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 Issue 5 - January 20, 2505
Giving it a brain: A BloodBowl AI

(...) they built themselves a stupendous super computer which was so amazingly intelligent that even before the data banks had been connected up it had started from I think therefore I am and got as far as the existence of rice pudding and income tax before anyone managed to turn it off (...)
Douglas Adams, "The Hitchhiker's Guide to the Galaxy"


Some days ago I decided to write a TCP Client/Server Application for learning purposes. In order to make the project more fun, i started writing a BloodBowl game (a game which I used to play some years ago...). Few weeks later I found out that there already exists some BloodBowl games. Reinventing the wheel again and again makes no sense for me, so I stopped that project. But after playing some games on FUMBBL, I found out that one little detail is missing in every BloodBowl game I know about - a computer player.

Being intuitively fascinated by Artificial Intelligence I decided to fill the last white spot on the BloodBowl map and started to work on an AI. Things began to grow. I created a basic framework that knows most parts of the BloodBowl game and some simple analyse functions and a basic GUI to display game data and analyse results. Meanwhile it became obvious that an BloodBowl AI would be a very huge pile of work and that this task cannot be done by one single human, at least not in the next 10 years...
Finally I released my work, now known as "BloodBowl a la carte" (BBalc) under an open source license and put it on SourceForge.net. Simultaneous I started the BBalc Wiki, in order to provide documentation about my work, and to offer the occasion to discuss all parts related to a BloodBowl AI.

And this is what this article is about: I need YOUR help! (In fact I would love to say: WE need your help, but after more than 1000 project page visits on SourceForge and 40+ downloads later, I got exactly 2 sentences of feedback, which can by found on the projects SourceForge project page.) Well, I need support in coding, web design etc. but this article addresses the "ordinary" BloodBowl player. BloodBowl is a very varied game. There exist lots of teams, lots of skills and players on the board can act in several ways. Because of that there is no definite way to BloodBowl. Each team has his way of playing and game play depends highly on the skills owned by your player.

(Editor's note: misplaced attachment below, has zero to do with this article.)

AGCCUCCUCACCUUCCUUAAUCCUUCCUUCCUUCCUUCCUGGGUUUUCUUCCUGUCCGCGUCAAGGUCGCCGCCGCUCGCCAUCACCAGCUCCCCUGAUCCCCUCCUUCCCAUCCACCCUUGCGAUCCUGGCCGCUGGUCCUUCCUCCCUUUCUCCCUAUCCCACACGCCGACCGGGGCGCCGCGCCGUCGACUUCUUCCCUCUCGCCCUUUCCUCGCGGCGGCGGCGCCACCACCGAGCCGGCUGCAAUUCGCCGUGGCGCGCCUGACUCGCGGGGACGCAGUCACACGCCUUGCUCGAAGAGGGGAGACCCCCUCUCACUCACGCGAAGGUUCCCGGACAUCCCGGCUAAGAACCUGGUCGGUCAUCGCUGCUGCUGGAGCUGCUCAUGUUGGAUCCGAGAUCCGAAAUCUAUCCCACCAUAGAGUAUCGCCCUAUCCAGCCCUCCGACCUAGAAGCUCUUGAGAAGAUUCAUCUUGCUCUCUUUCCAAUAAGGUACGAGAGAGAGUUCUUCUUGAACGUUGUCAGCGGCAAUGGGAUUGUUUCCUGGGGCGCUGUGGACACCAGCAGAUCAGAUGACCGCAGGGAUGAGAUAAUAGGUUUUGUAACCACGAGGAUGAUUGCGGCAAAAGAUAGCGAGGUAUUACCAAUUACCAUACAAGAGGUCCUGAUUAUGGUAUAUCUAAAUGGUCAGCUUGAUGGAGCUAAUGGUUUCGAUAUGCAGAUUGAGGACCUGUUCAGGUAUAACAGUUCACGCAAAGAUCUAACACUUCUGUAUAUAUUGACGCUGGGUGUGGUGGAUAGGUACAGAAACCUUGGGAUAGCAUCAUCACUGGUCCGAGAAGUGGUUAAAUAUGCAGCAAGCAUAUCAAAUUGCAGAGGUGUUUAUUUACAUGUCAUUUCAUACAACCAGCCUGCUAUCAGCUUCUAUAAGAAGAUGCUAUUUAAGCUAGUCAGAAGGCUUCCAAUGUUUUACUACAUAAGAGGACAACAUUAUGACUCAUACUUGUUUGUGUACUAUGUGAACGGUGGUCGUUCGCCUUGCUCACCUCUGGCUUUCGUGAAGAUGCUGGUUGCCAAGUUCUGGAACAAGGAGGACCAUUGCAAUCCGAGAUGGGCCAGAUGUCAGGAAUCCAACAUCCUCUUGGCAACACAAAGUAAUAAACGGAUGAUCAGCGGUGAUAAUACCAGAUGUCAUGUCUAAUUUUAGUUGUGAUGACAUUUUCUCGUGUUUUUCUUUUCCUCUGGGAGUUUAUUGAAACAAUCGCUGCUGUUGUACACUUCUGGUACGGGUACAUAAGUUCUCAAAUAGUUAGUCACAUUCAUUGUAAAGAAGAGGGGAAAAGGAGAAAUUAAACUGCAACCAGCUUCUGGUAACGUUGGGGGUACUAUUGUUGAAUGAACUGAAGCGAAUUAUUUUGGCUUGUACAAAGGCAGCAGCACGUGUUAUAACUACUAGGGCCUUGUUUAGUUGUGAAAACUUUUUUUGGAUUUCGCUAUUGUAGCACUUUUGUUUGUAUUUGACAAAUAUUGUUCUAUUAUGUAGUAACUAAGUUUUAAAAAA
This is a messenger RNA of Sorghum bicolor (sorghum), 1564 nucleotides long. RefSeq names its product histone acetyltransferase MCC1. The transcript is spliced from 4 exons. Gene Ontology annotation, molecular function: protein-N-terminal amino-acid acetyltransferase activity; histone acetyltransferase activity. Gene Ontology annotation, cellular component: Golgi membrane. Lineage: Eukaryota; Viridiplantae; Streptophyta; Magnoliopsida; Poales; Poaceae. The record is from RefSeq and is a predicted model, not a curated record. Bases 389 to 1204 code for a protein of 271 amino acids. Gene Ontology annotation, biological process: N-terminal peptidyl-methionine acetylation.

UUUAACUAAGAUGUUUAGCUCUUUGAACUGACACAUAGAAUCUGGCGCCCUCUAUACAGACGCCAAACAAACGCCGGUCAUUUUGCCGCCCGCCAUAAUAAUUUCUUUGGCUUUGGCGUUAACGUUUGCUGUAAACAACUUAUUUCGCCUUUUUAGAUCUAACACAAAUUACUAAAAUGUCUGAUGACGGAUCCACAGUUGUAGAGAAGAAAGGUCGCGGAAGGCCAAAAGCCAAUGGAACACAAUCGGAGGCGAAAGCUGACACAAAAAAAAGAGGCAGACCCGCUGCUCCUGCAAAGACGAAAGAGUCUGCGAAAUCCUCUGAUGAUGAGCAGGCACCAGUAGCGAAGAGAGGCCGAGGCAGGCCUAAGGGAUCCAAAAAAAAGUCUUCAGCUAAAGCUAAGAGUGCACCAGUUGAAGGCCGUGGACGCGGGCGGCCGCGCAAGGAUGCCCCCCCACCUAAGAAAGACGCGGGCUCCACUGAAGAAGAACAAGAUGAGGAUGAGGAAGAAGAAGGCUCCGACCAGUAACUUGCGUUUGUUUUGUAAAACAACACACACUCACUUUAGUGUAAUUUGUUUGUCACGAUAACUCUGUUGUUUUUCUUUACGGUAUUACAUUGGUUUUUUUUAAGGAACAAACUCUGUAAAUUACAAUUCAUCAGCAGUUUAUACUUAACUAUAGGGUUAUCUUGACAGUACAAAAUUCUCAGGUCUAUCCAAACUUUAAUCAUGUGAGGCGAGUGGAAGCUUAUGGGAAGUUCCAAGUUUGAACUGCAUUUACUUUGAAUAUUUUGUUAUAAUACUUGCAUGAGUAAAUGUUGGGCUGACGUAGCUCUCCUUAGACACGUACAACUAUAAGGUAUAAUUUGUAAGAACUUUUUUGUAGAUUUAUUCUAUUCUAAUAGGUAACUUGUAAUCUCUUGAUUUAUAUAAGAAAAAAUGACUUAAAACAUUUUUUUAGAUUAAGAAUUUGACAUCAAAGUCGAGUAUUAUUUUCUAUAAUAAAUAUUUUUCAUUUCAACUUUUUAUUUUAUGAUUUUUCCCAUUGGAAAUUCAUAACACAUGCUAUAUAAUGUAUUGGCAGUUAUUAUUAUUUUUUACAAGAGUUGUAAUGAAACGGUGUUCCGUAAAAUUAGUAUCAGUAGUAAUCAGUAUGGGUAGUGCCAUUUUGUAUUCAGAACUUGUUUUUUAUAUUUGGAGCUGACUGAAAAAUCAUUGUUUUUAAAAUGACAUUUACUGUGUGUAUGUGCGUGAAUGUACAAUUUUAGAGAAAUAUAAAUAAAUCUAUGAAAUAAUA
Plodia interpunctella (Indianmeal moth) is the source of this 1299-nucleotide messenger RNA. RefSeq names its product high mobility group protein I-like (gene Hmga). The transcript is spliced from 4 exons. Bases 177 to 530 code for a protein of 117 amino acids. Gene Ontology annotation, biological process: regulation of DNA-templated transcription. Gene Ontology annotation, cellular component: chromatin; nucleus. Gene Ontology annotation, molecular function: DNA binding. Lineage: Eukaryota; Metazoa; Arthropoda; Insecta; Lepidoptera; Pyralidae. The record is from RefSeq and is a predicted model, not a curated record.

There are several approaches to artificial intelligence and in fact it is fundamental to define which kind of intelligence behaviour you want to simulate. Another important thing to look at is the AI s ability to learn from its environment and decisions. Some prominent approaches to AI are expert systems (using predefined rules to solve a very special tight bounded task), neural networks (these try to simulate the functionality/learning behaviour of the human brain) and genetic algorithms (they learn how to behave in their environment by using evolutionary methods).

In BloodBowl we have the definitions of the board, the players, the teams and the rules to work with. Based on the rules we can calculate probabilities for every possible player action. This results in abstract patterns to work with, e.g. a ST3 versus ST3 block is effectively equal to a ST2(+2 Support) versus ST3(+1 Support) block. Which kind of AI gets implemented in BBalc is not yet defined and it will possibly be a mixture of the above called approaches and others.

Variety of decisions

One single standard Block action results in "Opponent pushed back" or "Opponent knocked over and pushed back" or "Opponent knocked over" (the occasions where the attacker or both players are knocked over is irrelevant for the Al's planning because it ends the turn). In the first two cases above, the attacking player can choose to "Follow Up" or he can stand where he is. Then there are 3 different fields for pushing/knocking the opponent player into and a player being knocked over can be "Knocked Over", "Stunned" or he might be "removed from the board" - this gives us 28 possible outcomes for a simple Block action.